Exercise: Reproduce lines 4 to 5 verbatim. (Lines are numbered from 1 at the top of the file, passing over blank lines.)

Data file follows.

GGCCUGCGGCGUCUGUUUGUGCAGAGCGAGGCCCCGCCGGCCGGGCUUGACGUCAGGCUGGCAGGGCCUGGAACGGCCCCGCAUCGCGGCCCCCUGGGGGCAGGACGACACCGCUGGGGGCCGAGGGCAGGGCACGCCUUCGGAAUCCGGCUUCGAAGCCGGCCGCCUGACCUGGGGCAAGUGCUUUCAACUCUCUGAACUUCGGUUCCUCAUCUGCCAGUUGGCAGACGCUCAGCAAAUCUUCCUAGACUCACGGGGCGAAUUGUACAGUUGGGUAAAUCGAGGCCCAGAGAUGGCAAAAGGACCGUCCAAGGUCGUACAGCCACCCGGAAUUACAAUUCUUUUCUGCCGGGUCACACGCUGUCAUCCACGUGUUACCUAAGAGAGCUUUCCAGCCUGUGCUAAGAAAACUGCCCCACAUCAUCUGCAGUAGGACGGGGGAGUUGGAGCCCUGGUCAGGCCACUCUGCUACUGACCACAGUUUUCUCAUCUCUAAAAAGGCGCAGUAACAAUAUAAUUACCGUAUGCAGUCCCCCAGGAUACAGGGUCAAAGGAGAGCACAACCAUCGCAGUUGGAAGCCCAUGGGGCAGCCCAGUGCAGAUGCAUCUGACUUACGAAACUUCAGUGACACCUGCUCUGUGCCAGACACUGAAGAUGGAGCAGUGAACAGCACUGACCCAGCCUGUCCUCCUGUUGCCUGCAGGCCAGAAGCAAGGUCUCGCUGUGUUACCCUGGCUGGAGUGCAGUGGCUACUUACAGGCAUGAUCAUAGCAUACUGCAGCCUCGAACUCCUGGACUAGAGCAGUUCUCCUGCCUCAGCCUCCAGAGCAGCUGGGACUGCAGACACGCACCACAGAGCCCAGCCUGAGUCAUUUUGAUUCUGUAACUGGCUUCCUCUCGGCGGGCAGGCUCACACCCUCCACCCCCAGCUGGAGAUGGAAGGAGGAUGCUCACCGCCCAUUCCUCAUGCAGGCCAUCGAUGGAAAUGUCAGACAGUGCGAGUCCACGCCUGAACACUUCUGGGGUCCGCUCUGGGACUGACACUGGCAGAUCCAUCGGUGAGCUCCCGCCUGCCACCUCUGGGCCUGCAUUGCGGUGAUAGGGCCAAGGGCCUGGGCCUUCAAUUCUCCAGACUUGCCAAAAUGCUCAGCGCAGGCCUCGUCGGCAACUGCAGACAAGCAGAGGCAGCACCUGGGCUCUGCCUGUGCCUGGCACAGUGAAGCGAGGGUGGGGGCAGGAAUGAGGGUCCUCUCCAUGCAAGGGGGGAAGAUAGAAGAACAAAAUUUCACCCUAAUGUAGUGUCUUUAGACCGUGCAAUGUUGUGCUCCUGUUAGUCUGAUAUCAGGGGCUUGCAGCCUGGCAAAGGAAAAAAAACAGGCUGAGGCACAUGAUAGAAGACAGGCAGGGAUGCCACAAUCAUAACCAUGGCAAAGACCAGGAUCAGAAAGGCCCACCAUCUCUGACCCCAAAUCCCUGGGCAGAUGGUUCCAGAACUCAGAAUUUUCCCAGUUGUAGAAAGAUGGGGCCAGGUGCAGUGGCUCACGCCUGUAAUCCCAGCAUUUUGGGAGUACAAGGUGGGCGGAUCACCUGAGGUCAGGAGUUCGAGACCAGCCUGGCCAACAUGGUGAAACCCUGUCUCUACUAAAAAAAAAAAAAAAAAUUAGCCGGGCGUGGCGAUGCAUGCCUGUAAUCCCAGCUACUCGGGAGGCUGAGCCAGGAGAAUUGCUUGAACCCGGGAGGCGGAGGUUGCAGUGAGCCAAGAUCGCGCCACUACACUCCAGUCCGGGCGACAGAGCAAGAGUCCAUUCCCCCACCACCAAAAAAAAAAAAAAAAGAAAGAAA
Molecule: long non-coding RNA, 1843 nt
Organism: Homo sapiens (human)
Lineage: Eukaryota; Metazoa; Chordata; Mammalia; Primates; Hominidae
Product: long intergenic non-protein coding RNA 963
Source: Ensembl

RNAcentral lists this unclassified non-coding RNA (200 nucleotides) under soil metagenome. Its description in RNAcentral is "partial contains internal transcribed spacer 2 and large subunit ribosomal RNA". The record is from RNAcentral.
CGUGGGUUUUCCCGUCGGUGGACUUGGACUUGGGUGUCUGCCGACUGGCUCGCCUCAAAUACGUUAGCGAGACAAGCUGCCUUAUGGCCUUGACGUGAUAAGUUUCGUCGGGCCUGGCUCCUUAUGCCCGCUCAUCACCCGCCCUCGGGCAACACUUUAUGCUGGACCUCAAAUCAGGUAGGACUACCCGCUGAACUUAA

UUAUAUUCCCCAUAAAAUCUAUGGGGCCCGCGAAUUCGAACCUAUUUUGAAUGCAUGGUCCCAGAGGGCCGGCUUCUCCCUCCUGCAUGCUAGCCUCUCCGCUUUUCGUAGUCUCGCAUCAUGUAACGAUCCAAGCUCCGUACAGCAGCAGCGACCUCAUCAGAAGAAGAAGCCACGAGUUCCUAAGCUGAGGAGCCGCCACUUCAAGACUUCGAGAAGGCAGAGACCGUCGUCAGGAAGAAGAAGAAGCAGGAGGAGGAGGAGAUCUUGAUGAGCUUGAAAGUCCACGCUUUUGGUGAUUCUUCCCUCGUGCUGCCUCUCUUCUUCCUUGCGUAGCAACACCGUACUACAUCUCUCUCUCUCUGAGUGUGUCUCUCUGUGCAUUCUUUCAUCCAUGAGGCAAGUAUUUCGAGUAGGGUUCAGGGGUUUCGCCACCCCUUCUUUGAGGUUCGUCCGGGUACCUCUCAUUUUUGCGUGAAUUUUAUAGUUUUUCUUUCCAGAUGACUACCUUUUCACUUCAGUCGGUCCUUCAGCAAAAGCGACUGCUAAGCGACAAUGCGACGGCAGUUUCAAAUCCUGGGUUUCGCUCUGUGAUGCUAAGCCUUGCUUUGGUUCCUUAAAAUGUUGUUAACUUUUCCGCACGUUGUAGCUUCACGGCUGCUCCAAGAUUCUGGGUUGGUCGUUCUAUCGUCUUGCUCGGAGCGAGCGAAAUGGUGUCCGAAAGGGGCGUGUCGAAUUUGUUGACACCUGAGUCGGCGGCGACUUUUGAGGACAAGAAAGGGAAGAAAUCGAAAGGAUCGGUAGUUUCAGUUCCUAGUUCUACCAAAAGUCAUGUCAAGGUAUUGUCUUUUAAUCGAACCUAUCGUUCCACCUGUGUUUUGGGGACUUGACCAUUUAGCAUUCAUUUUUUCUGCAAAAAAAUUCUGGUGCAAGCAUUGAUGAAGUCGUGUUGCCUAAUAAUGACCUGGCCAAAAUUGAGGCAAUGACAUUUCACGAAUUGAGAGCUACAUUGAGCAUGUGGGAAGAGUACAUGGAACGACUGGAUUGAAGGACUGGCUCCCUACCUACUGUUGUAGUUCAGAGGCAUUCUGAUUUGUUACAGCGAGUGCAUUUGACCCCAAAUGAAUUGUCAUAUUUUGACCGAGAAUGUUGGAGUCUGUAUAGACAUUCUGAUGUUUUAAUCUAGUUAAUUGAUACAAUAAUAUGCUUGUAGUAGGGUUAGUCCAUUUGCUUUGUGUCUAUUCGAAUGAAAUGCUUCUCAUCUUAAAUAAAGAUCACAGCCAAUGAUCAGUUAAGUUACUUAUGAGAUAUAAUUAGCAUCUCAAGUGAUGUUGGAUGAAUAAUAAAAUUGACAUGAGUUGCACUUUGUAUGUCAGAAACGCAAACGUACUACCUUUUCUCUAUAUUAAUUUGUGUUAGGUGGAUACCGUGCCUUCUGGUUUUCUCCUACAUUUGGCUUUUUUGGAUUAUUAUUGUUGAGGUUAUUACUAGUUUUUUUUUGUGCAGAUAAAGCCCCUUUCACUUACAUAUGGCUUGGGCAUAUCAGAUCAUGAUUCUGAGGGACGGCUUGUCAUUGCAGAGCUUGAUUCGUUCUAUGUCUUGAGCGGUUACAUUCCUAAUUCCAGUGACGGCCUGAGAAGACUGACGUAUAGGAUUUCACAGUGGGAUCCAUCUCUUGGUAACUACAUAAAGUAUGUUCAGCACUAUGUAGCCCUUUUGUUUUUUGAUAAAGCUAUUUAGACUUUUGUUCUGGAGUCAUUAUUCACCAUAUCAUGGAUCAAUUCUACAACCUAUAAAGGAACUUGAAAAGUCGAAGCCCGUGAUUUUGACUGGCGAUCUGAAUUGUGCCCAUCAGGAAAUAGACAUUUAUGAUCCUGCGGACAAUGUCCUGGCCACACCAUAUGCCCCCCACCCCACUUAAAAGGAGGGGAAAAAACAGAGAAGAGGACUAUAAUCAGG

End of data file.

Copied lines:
Lineage: Eukaryota; Metazoa; Chordata; Mammalia; Primates; Hominidae
Product: long intergenic non-protein coding RNA 963